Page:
Myanmar braces for fuel price jump on 1 December

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A petrol station staff seen refuelling a car in Yangon.

The fuel price spikes occurred on 1 December 2023, indicating a sharp rise of K340 per litre for Octane 92 and 95 within one day.
Fuel prices were K2,170 per litre of Octane 92 and K2,300 for Octane 95 on 30 November. Then, the prices rebounded slightly to K2,510 per litre of Octane 92 and K2,640 Octane 95 on 1 December.
Despite the rapid upside moves of Octane, diesel prices showed only a tiny increase to K2,210 per litre of diesel and K2,305 per litre of premium diesel on 1 December from K2,200 for diesel and K2,290 for premium diesel registered on 30 November.
The price index set by Mean of Platts Singapore (MOPS), the pricing basis for many refined products in southeast Asia, is closely tied to the domestic fuel prices, according to the Supervisory Committee on Oil Import, Storage and Distribution of Fuel Oil.
Last August 2022, the oil prices hit the highest of K2,605 per litre for Octane 92, K2,670 for Octane 95, K3,330 for premium diesel and K3,245 for diesel.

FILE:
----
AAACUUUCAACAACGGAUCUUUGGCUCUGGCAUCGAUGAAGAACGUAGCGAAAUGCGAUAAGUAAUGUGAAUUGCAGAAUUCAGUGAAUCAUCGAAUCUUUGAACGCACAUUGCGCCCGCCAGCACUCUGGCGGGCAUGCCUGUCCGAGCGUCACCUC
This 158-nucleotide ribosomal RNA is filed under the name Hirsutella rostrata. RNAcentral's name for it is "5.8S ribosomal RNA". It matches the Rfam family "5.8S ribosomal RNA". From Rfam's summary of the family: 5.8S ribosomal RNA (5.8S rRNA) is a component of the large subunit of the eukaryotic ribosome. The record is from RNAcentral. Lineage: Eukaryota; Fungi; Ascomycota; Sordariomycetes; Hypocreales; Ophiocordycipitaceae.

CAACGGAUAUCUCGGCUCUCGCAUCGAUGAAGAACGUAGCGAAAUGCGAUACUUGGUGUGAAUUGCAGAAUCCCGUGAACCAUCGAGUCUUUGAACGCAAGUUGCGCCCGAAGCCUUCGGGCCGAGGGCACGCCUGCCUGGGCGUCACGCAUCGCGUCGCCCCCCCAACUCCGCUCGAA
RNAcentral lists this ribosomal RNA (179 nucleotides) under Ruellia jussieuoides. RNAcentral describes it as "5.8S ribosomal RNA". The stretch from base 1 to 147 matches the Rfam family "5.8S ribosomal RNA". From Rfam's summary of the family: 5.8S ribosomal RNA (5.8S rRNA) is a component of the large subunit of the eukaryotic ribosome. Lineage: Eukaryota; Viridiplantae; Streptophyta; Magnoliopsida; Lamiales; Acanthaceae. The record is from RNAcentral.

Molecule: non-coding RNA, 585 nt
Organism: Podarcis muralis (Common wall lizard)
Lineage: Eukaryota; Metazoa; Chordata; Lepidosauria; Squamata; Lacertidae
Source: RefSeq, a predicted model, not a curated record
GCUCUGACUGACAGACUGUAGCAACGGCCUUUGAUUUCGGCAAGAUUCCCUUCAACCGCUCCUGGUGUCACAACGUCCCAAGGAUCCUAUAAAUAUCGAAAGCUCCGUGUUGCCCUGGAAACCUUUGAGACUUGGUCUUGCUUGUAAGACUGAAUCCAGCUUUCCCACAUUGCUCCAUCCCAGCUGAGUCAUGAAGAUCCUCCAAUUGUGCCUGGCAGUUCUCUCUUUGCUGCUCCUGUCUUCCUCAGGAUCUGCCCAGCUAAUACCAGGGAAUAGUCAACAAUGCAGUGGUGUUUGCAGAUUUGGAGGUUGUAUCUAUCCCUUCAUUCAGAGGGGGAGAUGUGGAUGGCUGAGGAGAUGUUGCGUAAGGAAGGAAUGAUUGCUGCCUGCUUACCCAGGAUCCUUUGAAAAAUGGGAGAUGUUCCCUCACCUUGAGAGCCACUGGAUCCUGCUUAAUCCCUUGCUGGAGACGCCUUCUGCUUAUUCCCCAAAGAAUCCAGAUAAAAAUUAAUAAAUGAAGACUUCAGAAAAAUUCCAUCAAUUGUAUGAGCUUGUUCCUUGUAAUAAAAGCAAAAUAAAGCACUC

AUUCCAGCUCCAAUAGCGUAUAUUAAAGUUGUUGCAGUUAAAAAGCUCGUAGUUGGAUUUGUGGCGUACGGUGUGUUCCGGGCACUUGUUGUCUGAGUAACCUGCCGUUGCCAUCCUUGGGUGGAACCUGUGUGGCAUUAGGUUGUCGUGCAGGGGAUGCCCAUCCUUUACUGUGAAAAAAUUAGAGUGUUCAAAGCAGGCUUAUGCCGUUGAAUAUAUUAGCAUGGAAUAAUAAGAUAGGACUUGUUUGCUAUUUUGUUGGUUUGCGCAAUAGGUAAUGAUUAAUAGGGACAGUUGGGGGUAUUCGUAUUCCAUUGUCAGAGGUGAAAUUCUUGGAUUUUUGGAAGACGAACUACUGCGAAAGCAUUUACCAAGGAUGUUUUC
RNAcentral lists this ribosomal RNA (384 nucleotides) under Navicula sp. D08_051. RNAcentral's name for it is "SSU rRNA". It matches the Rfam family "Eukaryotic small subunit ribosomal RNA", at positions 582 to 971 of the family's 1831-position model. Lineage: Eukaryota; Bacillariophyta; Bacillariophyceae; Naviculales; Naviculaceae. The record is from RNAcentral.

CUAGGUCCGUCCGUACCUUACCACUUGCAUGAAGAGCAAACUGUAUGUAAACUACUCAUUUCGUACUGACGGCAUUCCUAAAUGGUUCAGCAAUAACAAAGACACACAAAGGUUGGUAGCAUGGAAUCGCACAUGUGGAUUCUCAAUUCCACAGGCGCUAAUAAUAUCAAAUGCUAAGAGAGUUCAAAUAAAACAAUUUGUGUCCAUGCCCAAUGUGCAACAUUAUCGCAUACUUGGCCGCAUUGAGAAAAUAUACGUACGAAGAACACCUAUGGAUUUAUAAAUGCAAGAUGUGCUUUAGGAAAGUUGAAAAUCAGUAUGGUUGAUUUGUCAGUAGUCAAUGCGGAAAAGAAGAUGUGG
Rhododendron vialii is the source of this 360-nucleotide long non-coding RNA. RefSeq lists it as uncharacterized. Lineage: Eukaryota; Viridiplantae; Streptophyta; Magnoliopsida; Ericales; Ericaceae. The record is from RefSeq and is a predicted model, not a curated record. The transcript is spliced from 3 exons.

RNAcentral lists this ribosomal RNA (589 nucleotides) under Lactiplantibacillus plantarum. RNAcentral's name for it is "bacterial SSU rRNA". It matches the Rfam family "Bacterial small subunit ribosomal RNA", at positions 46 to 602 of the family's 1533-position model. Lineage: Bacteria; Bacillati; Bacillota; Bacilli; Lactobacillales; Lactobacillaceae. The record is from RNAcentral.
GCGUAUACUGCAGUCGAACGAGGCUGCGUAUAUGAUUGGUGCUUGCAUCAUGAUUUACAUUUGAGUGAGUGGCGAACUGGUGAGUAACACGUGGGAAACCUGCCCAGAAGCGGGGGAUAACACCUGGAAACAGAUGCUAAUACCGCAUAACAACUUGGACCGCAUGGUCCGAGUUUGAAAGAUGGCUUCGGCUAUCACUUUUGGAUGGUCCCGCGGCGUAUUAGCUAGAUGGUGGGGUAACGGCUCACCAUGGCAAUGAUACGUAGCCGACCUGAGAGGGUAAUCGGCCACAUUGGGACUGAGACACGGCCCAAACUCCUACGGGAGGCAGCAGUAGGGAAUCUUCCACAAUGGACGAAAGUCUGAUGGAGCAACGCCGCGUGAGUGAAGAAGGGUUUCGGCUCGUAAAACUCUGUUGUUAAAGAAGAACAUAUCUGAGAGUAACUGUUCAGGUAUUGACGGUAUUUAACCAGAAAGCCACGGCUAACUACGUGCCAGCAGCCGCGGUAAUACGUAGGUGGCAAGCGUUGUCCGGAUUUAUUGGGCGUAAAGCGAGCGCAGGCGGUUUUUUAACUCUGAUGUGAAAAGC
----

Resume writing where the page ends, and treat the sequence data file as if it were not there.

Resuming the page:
The committee has been, therefore, steering the fuel oil storage and distribution sector effectively so as not to have a shortage of oil in the domestic market. It has been issuing daily reference prices to ensure price stability for energy consumers.
The committee is inspecting the fuel stations to see whether they are overcharging. The authorities are taking action against those retailers of fuel stations under the Petroleum and Petroleum Products Law 2017 if they are found soaking rather than the set reference rate.
As per the statement, 90 per cent of fuel oil in Myanmar is imported, while the remaining 10 per cent is produced locally. The domestic fuel price is highly correlated with international prices. The State is steering the market to mitigate the loss between the importers, sellers and energy consumers. Consequently, the government is trying to distribute the oil at a reasonable price compared to those of regional countries.
Some countries levied higher tax rates and hiked oil prices than Myanmar’s. However, Malaysia’s oil sector receives government subsidies, and the prices are about 60 per cent cheaper than those of Myanmar. Every country lays down different patterns of policy to fix the oil prices. Myanmar also levies only a lower tax rate on fuel oil and strives for energy consumers to buy the oil at a cheaper rate. — NN/EM

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